September 10, 1777 (actually 2020)

Several brave soldiers occupied Kennett Square on Thursday and informed the public of Parliament’s plan to end the war by Christmas. We are prepared to engage Mr. Washington and his band of merry men who have ensconced themselves on the other side of Brandywine Creek.

Randell Spackman reassured everyone the King has sent a “fully armed battalion to remind them of his love.”

We captured a spy in our midst… Seems I’ve seen this spy before.

His Majesty’s finest enjoyed the adoration of the King’s most loyal subjects.

All this and finally, I was ordered by General Howe, who could not be present to read an address to the people of Kennett Square, reassuring them that we have a plan for their protection:

Speech for Kennett Square Occupation Day

“Ladies and Gentlemen, I know you were expecting General Howe but he is currently attending to urgent matters and cannot be here to speak to you right now.  He is, however, personally concerned about your well-being and has ordered me to address you, King George’s loyal subjects, answer those questions we can today, and take any petitions back for him to address after he as concluded certain urgent military matters.

First of all, General Howe wishes to assure you that you are safe.  We have taken all necessary precautions to assure that the rebel army will not cross the Brandywine River.  General Knyphausen and our allies from Hesse-Kassel have secured the Chadds Ford and we have sent scouts to reconnoiter the other potential crossings.   We have an overwhelming force of His Majesty’s best soldiers and while Mister Washington has a large army, we have a superior one.  When we engage them, the results will be very similar to what happened last year in Brooklyn only this time we are not allowing him to escape.

General Howe also understands that many of you have been extremely generous and understanding of the needs of His Majesty’s Armies.  The hospitality and forbearance you have shown will be rewarded once this war is brought to an end and we have confiscated the assets and estates of these rebels.  Our soldiers have been at sea for months and we have since landing have marched in haste to meet our enemy here at Brandywine Creek before they could pillage and steal from you. Your generosity to the Crown Forces and our Hessian allies demonstrates your unwavering loyalty to the Crown.  (God Save the King!)

General Howe also wants you to remember that despite the ragtag nature of our adversary, this is a war and battles are often won or lost upon the information shared wittingly and unwittingly.  We appreciate the assistance many of you have given in helping our scouts understand the terrain and position of Mister Washington’s forces.  We also want to caution you that there are spies among us.  Be careful of your associations lest you be pulled into intrigue and treason.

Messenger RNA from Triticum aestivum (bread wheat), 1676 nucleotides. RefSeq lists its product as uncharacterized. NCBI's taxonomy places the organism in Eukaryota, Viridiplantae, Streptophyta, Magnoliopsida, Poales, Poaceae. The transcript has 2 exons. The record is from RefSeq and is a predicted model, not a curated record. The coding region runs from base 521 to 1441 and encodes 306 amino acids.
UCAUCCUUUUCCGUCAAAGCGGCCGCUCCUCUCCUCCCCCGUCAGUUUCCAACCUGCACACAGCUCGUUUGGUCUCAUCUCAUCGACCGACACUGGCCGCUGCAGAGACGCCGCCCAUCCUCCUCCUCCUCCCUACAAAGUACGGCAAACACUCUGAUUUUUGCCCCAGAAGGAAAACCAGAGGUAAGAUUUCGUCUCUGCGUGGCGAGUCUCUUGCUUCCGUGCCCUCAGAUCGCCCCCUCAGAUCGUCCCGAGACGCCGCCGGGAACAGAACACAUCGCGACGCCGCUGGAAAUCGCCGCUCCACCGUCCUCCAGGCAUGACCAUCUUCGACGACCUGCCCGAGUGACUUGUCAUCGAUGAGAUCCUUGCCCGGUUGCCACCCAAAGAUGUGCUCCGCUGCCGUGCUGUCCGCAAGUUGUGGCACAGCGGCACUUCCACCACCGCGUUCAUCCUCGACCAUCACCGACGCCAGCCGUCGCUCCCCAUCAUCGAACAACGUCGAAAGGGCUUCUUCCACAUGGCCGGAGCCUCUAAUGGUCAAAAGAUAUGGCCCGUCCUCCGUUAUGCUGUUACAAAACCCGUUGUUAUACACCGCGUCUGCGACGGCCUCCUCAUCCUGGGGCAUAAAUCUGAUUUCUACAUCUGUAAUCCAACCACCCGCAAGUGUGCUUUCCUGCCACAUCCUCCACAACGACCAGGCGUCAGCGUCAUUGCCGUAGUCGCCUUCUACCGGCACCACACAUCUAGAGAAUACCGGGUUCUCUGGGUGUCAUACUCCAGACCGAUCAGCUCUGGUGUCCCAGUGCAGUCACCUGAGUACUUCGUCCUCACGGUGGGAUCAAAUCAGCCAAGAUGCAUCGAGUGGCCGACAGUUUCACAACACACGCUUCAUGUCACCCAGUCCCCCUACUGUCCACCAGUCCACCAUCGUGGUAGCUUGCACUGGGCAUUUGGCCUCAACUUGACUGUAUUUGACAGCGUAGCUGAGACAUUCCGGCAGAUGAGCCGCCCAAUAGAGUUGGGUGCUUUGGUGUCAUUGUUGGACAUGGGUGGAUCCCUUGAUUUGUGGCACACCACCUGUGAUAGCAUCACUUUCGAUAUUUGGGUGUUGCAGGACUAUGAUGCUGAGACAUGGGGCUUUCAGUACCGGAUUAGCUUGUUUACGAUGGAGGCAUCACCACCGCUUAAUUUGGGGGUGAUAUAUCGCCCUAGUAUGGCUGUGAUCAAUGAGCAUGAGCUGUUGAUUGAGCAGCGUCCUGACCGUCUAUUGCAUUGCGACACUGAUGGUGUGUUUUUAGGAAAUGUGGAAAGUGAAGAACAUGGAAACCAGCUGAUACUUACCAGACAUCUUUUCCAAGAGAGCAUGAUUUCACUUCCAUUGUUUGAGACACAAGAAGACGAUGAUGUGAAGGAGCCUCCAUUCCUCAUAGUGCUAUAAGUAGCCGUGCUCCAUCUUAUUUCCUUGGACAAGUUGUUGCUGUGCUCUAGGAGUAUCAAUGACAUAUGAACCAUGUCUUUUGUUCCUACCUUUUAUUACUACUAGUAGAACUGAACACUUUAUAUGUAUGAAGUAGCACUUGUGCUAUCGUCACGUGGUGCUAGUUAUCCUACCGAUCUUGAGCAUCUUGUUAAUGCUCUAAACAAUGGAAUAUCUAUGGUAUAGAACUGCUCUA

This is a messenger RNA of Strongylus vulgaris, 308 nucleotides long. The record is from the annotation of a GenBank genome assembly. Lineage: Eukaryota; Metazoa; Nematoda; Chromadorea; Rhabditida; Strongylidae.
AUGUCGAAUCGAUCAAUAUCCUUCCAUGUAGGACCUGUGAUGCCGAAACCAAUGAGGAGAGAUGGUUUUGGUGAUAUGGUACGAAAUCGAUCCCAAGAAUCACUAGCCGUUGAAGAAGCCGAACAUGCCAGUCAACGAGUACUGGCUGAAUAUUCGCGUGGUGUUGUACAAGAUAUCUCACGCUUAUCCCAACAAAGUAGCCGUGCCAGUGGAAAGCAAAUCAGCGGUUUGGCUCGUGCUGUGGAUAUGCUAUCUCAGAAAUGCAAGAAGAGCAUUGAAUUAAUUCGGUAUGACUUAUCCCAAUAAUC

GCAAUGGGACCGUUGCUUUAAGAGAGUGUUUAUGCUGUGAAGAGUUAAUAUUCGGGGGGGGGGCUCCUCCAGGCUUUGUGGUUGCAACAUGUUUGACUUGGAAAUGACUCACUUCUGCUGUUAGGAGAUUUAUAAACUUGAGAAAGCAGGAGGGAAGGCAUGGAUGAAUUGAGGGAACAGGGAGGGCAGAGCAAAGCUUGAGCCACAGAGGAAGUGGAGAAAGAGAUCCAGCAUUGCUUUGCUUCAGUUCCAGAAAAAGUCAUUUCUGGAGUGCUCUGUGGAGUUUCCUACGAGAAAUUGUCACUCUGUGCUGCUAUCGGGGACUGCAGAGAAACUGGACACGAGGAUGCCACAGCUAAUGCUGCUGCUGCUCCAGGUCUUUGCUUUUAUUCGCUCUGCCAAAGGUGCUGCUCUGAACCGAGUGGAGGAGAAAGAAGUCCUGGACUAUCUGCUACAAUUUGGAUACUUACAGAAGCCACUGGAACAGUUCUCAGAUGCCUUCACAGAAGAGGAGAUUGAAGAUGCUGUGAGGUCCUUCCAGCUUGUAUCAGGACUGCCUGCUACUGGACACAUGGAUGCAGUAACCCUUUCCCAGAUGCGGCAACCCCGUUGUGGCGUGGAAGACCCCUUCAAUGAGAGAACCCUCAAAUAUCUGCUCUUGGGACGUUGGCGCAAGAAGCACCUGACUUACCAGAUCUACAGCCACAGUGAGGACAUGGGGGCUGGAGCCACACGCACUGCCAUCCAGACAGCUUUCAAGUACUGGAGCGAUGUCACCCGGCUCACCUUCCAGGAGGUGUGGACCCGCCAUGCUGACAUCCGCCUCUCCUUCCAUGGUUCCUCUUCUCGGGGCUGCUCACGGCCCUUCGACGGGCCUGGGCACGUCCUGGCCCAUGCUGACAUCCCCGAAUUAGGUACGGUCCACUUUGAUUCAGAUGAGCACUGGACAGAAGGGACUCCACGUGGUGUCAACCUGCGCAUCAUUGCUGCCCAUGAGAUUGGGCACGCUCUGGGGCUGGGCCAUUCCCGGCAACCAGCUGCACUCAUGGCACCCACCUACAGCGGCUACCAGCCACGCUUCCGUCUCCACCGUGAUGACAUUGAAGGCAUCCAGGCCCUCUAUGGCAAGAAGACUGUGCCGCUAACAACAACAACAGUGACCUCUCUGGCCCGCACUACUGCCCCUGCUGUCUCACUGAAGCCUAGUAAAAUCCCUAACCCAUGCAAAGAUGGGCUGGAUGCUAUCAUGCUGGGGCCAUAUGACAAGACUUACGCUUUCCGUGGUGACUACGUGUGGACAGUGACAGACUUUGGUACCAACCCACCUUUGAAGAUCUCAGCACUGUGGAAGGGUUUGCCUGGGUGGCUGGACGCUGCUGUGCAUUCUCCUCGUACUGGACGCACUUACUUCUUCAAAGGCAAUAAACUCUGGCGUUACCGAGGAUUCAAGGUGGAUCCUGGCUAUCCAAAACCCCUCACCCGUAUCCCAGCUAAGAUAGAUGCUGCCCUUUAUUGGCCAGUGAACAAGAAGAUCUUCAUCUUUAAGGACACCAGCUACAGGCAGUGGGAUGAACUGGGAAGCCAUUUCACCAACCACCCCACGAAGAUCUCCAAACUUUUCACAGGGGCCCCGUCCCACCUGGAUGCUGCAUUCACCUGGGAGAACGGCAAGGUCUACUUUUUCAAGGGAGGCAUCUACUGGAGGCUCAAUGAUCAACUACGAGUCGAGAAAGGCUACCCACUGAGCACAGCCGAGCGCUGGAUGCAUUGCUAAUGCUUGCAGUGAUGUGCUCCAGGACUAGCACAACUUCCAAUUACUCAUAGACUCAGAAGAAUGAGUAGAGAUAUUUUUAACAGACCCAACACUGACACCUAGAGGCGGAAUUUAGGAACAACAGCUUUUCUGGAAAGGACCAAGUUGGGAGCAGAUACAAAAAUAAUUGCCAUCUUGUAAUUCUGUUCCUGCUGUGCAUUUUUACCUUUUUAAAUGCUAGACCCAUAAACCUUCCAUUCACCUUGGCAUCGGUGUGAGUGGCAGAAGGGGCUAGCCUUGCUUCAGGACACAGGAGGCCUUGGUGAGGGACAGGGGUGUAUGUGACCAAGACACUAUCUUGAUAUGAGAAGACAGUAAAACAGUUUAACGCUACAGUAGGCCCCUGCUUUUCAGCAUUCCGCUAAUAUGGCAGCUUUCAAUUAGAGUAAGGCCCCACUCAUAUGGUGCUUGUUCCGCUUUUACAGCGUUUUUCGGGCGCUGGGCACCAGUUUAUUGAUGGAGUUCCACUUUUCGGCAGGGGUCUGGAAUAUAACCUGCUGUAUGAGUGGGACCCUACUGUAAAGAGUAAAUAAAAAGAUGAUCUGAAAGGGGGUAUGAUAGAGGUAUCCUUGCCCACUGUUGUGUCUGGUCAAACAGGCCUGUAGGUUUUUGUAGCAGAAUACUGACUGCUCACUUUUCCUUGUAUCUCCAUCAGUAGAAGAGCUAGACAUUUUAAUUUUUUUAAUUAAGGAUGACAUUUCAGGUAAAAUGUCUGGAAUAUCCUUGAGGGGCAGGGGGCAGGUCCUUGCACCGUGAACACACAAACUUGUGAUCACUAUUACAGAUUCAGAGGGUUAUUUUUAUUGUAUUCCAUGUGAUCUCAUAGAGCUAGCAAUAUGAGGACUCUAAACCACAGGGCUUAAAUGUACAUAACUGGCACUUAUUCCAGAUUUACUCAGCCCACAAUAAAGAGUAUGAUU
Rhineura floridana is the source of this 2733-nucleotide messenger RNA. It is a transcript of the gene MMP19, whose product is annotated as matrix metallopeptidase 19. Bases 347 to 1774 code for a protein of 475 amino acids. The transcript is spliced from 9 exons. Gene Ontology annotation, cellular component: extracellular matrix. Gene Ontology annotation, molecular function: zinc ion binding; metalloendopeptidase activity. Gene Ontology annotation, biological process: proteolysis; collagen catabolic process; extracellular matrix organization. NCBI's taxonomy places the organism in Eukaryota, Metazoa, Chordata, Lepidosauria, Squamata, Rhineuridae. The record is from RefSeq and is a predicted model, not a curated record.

Finally, I have been allowed to tell you that we intend to end this war DEFINATIVELY within the next few weeks.  Lord Germain has launched a bold and brilliant strategy to crush this rebellion and our army being here is the final stroke in that assault.  As we speak, General Burgoyne is securing the Hudson Valley, having marched a sizable army from Quebec and soon we will have isolated the Massachusetts colonies.   General St. Leger’s Army has secured the Mohawk Valley and Fort Stanwix and soon the Continental Congress will be denied their Indian allies.  Our army will soon capture Philadelphia and we will apprehend the treasonous radicals in the so called “Continental Congress.”

We know there may be some of you out there who are sympathetic to the rebellion but unless you have engaged in ACTS of treason, have aided the enemy, or interfere with our armies, General Howe assures you that you will remain safe.  General Howe’s aim is to restore order and end the armed insurrection not to deny you your rights as Englishmen to seek redress from the King and Parliament, provided you seek that redress through legal and peaceful means.  We did not start this war; we only seek to end it.  Tomorrow, we plan to do just that.

I will now answer any questions I can.”


“the best-laid plans of mice and men often go awry.”

— from the poem To a Mouse, written by the Scottish poet Robert Burns in 1786

General Howe took the field but the other two legs of this strategy were foiled by that damnable Arnold…

Published by Michael Carver

My goal is to bring history alive through interactive portrayal of ordinary American life in the late 18th Century (1750—1799) My persona are: Journeyman Brewer; Cordwainer (leather tradesman but not cobbler), Statesman and Orator; Chandler (candle and soap maker); Gentleman Scientist; and, Soldier in either the British Regular Army, the Centennial Army, or one of the various Militia. Let me help you experience history 1st hand!

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